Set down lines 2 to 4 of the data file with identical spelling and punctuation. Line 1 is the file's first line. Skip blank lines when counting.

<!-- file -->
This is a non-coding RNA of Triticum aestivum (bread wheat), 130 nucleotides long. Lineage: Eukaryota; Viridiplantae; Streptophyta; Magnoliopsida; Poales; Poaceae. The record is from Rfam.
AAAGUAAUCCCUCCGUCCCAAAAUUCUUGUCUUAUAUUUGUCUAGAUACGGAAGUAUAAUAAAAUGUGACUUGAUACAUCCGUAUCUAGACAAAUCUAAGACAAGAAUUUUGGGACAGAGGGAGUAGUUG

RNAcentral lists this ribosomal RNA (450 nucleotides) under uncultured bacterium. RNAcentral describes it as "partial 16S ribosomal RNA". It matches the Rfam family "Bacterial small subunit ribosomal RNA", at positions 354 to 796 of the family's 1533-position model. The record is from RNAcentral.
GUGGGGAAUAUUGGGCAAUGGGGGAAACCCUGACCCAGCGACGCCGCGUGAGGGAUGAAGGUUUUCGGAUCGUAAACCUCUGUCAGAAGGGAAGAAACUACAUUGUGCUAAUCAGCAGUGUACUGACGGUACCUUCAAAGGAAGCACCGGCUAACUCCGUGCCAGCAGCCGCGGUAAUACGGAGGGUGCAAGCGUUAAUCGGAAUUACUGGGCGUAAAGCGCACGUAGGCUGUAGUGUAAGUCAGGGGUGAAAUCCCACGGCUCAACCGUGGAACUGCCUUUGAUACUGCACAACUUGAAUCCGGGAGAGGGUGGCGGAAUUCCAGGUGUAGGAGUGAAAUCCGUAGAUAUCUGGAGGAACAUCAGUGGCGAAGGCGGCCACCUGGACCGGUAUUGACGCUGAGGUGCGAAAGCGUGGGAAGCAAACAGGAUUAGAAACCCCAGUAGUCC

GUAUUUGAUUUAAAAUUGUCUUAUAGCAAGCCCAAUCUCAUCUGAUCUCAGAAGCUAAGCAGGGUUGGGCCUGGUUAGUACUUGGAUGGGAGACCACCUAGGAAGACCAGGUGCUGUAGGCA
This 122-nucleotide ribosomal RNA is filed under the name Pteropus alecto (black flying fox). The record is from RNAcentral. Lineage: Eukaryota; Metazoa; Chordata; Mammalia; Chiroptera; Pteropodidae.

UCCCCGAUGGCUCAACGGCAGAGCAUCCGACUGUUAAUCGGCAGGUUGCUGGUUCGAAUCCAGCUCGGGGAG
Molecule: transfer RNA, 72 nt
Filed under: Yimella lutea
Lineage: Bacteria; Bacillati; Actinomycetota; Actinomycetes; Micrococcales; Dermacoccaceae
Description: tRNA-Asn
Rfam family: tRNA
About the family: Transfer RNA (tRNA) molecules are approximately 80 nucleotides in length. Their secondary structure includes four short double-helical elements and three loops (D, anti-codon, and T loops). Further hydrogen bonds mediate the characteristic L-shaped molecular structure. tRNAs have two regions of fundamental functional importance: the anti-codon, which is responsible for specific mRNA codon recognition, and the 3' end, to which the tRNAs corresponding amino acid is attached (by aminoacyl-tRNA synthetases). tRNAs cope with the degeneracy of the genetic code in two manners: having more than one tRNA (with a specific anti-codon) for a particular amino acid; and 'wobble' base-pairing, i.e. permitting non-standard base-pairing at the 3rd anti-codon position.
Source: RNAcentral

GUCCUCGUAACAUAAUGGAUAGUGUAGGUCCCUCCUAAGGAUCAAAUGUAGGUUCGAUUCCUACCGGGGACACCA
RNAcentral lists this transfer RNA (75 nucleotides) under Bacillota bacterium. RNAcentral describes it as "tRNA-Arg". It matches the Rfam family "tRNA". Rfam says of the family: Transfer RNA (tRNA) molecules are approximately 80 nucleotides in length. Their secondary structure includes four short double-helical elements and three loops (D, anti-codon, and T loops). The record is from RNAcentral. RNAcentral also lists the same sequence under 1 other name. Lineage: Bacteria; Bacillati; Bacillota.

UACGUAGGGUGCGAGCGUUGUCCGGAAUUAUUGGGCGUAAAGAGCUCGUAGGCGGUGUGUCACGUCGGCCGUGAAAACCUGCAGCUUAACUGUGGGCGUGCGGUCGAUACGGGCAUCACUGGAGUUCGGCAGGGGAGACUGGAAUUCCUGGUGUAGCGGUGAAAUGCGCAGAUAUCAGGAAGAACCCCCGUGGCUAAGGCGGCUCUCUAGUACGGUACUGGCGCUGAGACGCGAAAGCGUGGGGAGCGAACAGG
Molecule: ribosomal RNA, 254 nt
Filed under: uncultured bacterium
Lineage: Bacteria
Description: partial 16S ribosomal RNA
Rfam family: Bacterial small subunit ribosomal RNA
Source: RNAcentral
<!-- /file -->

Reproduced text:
AAAGUAAUCCCUCCGUCCCAAAAUUCUUGUCUUAUAUUUGUCUAGAUACGGAAGUAUAAUAAAAUGUGACUUGAUACAUCCGUAUCUAGACAAAUCUAAGACAAGAAUUUUGGGACAGAGGGAGUAGUUG

RNAcentral lists this ribosomal RNA (450 nucleotides) under uncultured bacterium. RNAcentral describes it as "partial 16S ribosomal RNA". It matches the Rfam family "Bacterial small subunit ribosomal RNA", at positions 354 to 796 of the family's 1533-position model. The record is from RNAcentral.
GUGGGGAAUAUUGGGCAAUGGGGGAAACCCUGACCCAGCGACGCCGCGUGAGGGAUGAAGGUUUUCGGAUCGUAAACCUCUGUCAGAAGGGAAGAAACUACAUUGUGCUAAUCAGCAGUGUACUGACGGUACCUUCAAAGGAAGCACCGGCUAACUCCGUGCCAGCAGCCGCGGUAAUACGGAGGGUGCAAGCGUUAAUCGGAAUUACUGGGCGUAAAGCGCACGUAGGCUGUAGUGUAAGUCAGGGGUGAAAUCCCACGGCUCAACCGUGGAACUGCCUUUGAUACUGCACAACUUGAAUCCGGGAGAGGGUGGCGGAAUUCCAGGUGUAGGAGUGAAAUCCGUAGAUAUCUGGAGGAACAUCAGUGGCGAAGGCGGCCACCUGGACCGGUAUUGACGCUGAGGUGCGAAAGCGUGGGAAGCAAACAGGAUUAGAAACCCCAGUAGUCC